And as we sit here today for every one job opening, there’s still only .835 people available. We still do not have enough people to fulfill all of our open jobs despite some of the weakness in the economy. It’s very safe to say, given the demographic trends here in the US, that we expect this tight labor market to continue as we look at the second half of this decade. Now, some of that is due to the retirement of the baby boomer generation. If we look at labor force participation rates, that 65 plus category, which characterizes, I would say most of the baby boomers, is only at a participation rate of 19.3%. So this major generation, this large generation, the baby boomers, are retiring and are not participating in the workforce. As a result, we’re finding ourselves with a bit of a labor constraint as highlighted by that previous metric that I shared for you, only .835 people for every one job opening. And as this baby boomer retirement continues over the coming years, this labor constraint is going to likely be exacerbated.

And so in order to offset this labor challenge, this demographic shift, we need to find ways to make our existing workforce more efficient so that they’re able to take on demand that, again, positive demand that we expect to characterize really the second half of this decade. That’s why we’re placing so much emphasis on automating, innovating, embracing AI and some of these trends that will make us more efficient moving forward.

Now, some of you might say, “Well, Taylor, automation, innovation, AI, that’s all great, but what about immigration? Can immigration fix that problem, this labor constraint problem?” Well, if you look at the 12 month moving total for lawful permanent residents immigrating to the US, that 12 month moving total is just above 1 million. But if you look at the number of open jobs in this country, US total private job openings, that 12 month moving average is 8 million. So for being simple, immigration is only solving one eighth of the labor constraint and 1 million lawful residents, 8 million job openings, immigration’s only solving one eighth of that problem.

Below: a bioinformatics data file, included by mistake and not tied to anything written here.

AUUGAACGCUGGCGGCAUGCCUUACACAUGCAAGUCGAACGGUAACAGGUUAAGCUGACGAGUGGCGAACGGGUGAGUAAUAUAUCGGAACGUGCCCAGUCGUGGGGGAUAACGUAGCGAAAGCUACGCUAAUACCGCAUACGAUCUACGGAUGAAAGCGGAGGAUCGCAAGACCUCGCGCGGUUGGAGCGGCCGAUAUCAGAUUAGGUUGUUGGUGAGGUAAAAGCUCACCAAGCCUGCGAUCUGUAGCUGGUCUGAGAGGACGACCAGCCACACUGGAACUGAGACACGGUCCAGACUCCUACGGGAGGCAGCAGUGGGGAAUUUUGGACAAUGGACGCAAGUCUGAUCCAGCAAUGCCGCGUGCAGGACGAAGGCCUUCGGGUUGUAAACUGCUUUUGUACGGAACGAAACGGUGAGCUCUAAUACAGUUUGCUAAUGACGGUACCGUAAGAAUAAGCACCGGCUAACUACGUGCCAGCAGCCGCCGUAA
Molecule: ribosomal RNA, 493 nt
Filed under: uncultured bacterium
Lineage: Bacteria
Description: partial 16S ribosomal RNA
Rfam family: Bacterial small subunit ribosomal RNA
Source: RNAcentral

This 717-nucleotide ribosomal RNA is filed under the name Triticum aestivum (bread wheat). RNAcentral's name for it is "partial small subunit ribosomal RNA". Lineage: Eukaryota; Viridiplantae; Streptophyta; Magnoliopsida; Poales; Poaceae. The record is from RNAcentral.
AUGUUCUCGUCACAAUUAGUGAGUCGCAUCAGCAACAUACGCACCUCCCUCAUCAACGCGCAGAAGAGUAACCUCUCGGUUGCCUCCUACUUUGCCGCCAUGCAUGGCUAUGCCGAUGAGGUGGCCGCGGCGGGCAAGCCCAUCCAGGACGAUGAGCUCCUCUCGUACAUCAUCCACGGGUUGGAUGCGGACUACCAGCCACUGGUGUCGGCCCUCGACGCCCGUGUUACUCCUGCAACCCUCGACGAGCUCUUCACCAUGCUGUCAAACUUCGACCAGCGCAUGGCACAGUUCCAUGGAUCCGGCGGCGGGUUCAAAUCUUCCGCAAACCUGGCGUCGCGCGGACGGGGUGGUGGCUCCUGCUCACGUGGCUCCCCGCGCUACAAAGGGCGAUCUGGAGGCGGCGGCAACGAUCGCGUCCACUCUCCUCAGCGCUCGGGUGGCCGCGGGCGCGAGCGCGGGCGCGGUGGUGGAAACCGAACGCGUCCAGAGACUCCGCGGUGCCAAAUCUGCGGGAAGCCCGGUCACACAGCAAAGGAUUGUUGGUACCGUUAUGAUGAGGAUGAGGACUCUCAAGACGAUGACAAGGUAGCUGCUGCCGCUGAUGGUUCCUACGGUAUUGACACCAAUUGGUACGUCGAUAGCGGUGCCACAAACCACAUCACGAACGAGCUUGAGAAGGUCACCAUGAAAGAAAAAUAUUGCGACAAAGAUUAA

Now, we’re apolitical here. Could the government address immigration? They sure could. Am I going to put all of my hope or eggs in that basket, so to speak? Likely not. It’s pretty challenging to put faith in the government to make our lives better, I think that’s a pretty safe thing to say. So we need to take it upon ourselves as businesses to find ways to be more efficient in order to be able to take on growth that’s going to characterize these next about five years. Otherwise, we’re going to find ourselves in a continuous capacity constraint. So it’s very important that we’re embracing some of these trends.

One last note that I would leave you with. This data comes from AlphaSense and Morgan Stanley Research, it was published in Bloomberg. Corporate transcript, mentions of operational efficiency in the first quarter of 2024 were at the highest level that they’ve ever been since these data sources have been tracking the mention of operational efficiency. So a lot of publicly traded companies out there are recognizing this trend. We need to embrace ways to make our current operation, our current labor force more efficient so we can take on this growth for the future.

So embrace some of these technology trends. 2024 is a great time to make these moves because if you’re making these investments at the bottom of the economic cycle, those investments will be fruitful for you in terms of taking on growth in the second half of this decade. We’ll talk more about the second half of this decade and the 2030s in podcasts to come.

I sure hope you found this information helpful. Please remember to like and subscribe to TrendsTalk wherever you listen to your podcast, and I’m looking forward to seeing you all on the next one. Thanks for joining me here today.